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'Rugby has been a stress reliever': Ulster's Paul Marshall opens up about young son's cancer diagnosis

The scrum-half made his 200th appearance for the province on Friday evening.

Paul Marshall ahead of Friday's game against Treviso.
Paul Marshall ahead of Friday's game against Treviso.
Image: James Crombie/INPHO

YOU MAY HAVE missed it over the weekend.

On Friday night, Paul Marshall — the 32-year-old Ulster scrum-half — became just the fifth player to reach 200 appearances for the Ulster.

In doing so, he emulated the feat of Roger Wilson, Andrew Trimble, Robbie Diack and Rory Best in reaching the landmark.

Marshall came off the bench to replace John Cooney during Ulster’s narrow Pro14 victory over Treviso, in what was just his fifth appearance of the season, and one which was emotionally-charged for more reasons than one.

In an interview on Ulster’s website published this afternoon, Marshall has spoken of the heart-wrenching news he received three months ago when told his young son had a form of cancer.

Marshall, capped three times by Ireland, says rugby has given him an outlet and acted as a stress reliever over the last few months following two-year-old Luke’s diagnosis.

“The first week of the season my son Luke got diagnosed with a form of cancer, which came completely out of the blue. It’s something that we weren’t expecting obviously, as I’m sure most families don’t,” he said.

“For the first part of the season I’ve been away quite a bit because I’ve had to deal with things at home. I’m really thankful to Bryn (Cunningham) and Les (Kiss) and the whole organisation – everyone has been really supportive. It’s ongoing and it will be for another while, but we are just pleased that he’s receiving treatment and we’re really thankful to the Royal Belfast Hospital for Sick Children. All the medical staff have been absolutely amazing.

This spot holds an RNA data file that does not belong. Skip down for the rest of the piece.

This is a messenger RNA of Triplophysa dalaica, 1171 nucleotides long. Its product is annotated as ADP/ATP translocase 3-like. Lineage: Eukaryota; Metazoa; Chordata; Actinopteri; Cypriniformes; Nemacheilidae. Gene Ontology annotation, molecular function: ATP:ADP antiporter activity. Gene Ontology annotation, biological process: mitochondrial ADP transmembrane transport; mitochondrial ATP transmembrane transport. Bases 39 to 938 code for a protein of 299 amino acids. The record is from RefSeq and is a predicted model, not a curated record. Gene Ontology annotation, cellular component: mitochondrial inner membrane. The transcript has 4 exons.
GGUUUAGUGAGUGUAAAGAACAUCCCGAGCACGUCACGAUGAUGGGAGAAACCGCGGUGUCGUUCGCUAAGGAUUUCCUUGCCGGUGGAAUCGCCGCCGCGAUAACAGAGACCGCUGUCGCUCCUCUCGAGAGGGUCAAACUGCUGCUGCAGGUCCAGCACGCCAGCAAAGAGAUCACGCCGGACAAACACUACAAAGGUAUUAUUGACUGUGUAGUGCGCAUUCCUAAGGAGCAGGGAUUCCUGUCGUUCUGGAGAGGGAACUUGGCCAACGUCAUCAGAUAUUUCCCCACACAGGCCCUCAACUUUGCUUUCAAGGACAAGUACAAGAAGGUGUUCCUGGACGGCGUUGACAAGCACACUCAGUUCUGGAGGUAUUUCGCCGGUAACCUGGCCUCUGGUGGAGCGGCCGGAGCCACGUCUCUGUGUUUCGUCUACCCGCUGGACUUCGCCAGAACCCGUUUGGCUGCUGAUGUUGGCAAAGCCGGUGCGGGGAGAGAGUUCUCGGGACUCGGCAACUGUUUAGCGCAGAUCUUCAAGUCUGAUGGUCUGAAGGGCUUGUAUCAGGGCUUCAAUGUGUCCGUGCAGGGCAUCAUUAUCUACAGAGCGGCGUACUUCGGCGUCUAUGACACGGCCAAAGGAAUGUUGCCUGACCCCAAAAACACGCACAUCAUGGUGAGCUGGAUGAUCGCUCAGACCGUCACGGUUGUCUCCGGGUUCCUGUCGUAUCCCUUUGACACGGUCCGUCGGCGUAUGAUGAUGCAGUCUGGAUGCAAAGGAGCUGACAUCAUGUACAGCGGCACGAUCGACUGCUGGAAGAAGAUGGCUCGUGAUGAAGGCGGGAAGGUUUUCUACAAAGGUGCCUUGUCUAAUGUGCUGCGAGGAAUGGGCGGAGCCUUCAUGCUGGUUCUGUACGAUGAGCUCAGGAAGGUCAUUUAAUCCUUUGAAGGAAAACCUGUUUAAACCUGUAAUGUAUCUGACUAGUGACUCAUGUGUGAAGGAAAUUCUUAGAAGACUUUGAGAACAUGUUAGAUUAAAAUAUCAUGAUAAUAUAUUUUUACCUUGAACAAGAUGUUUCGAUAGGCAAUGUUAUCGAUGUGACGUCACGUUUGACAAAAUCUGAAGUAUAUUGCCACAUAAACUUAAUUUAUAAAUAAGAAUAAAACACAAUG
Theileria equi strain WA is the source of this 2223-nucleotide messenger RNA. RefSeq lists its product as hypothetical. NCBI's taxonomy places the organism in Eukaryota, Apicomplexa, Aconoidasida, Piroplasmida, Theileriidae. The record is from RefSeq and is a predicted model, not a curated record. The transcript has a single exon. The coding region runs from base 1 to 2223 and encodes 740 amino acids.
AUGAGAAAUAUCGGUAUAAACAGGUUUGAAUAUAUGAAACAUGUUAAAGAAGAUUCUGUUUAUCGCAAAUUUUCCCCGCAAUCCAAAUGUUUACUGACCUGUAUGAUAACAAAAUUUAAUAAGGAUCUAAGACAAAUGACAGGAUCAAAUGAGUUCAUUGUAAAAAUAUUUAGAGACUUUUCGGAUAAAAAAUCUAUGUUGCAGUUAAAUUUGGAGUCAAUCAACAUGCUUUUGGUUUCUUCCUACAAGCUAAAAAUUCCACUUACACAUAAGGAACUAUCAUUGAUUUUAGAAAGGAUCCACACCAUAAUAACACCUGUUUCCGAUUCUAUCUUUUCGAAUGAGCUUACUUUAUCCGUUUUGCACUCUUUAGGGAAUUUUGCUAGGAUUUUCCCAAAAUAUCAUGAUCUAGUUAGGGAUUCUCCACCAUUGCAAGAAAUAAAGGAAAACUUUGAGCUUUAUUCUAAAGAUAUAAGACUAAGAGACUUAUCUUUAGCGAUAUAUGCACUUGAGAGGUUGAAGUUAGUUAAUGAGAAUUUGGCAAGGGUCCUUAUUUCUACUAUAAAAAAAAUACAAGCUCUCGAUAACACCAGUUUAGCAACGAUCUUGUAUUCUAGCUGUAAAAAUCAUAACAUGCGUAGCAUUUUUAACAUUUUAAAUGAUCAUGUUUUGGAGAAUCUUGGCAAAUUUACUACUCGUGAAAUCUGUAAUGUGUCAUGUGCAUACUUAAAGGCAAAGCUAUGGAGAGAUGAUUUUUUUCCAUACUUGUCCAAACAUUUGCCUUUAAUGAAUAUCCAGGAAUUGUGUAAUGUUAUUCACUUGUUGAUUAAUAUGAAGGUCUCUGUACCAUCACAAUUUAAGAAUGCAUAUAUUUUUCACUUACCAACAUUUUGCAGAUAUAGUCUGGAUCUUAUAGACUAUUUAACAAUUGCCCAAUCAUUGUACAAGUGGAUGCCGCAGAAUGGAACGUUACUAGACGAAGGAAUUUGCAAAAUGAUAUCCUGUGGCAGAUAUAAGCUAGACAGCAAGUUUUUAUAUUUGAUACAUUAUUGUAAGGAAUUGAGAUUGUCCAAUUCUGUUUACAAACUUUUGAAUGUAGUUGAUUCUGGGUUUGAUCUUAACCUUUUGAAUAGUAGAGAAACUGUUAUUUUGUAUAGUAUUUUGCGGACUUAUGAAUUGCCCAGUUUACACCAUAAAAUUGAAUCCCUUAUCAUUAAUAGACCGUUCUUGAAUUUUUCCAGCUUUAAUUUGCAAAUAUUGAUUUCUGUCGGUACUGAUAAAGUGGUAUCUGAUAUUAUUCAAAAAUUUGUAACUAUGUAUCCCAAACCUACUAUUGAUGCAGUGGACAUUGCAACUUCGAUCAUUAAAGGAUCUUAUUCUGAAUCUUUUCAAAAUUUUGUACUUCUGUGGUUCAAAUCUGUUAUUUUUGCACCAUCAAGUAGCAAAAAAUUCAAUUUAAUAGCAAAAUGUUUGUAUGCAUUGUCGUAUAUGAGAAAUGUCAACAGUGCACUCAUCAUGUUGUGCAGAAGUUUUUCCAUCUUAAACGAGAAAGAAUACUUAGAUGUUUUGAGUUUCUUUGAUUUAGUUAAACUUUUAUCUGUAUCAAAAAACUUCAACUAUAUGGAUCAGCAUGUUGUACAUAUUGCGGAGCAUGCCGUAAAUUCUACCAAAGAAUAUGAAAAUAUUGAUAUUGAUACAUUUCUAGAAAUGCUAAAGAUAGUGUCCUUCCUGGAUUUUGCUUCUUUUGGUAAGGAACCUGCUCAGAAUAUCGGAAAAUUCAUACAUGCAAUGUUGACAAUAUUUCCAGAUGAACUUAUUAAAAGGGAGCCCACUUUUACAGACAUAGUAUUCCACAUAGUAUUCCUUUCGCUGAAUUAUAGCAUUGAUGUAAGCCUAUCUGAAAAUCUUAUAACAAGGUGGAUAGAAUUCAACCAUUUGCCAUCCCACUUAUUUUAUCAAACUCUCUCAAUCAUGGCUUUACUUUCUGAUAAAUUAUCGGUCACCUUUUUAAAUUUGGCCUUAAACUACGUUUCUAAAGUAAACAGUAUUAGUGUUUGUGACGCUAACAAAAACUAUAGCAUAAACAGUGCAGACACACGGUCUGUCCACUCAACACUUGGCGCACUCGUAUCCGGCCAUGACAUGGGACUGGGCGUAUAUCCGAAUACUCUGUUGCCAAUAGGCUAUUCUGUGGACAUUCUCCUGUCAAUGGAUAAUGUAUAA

“It was his second birthday on Thursday and I got my 200th game for Ulster on Friday so it was a nice couple of days for us as a family.

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Paul Marshall Source: Tommy Dickson/INPHO

“My family has sacrificed so much to help me in my career. It’s at times like this that you realise how much your wife does, especially when you’re on away trips and she’s running around after a couple of kids at home. It really puts a different perspective on your family life.

“I guess for me, to be able to play in the games that I have this season, it’s been a bit of a stress reliever from other areas of life. Usually you’re trying to get away from rugby, whereas rugby has probably allowed me to switch off from other things that have been going on.”

Marshall came off the bench on Friday to play his part in the build-up to Andrew Trimble’s match-winning try at the death.

He continued: “My 100th game was away and my 150th game was away, so it was nice to get my 200th cap at home in front of friends and family and it was even better to mark the occasion with a win.

“I feel like I’ve been blessed to play the game for so long in this environment and I’ve enjoyed it, but I don’t feel like I’m ready for it to end yet and that’s why I’m still working hard and trying to be the best that I can be. I’m just as ambitious as ever.”

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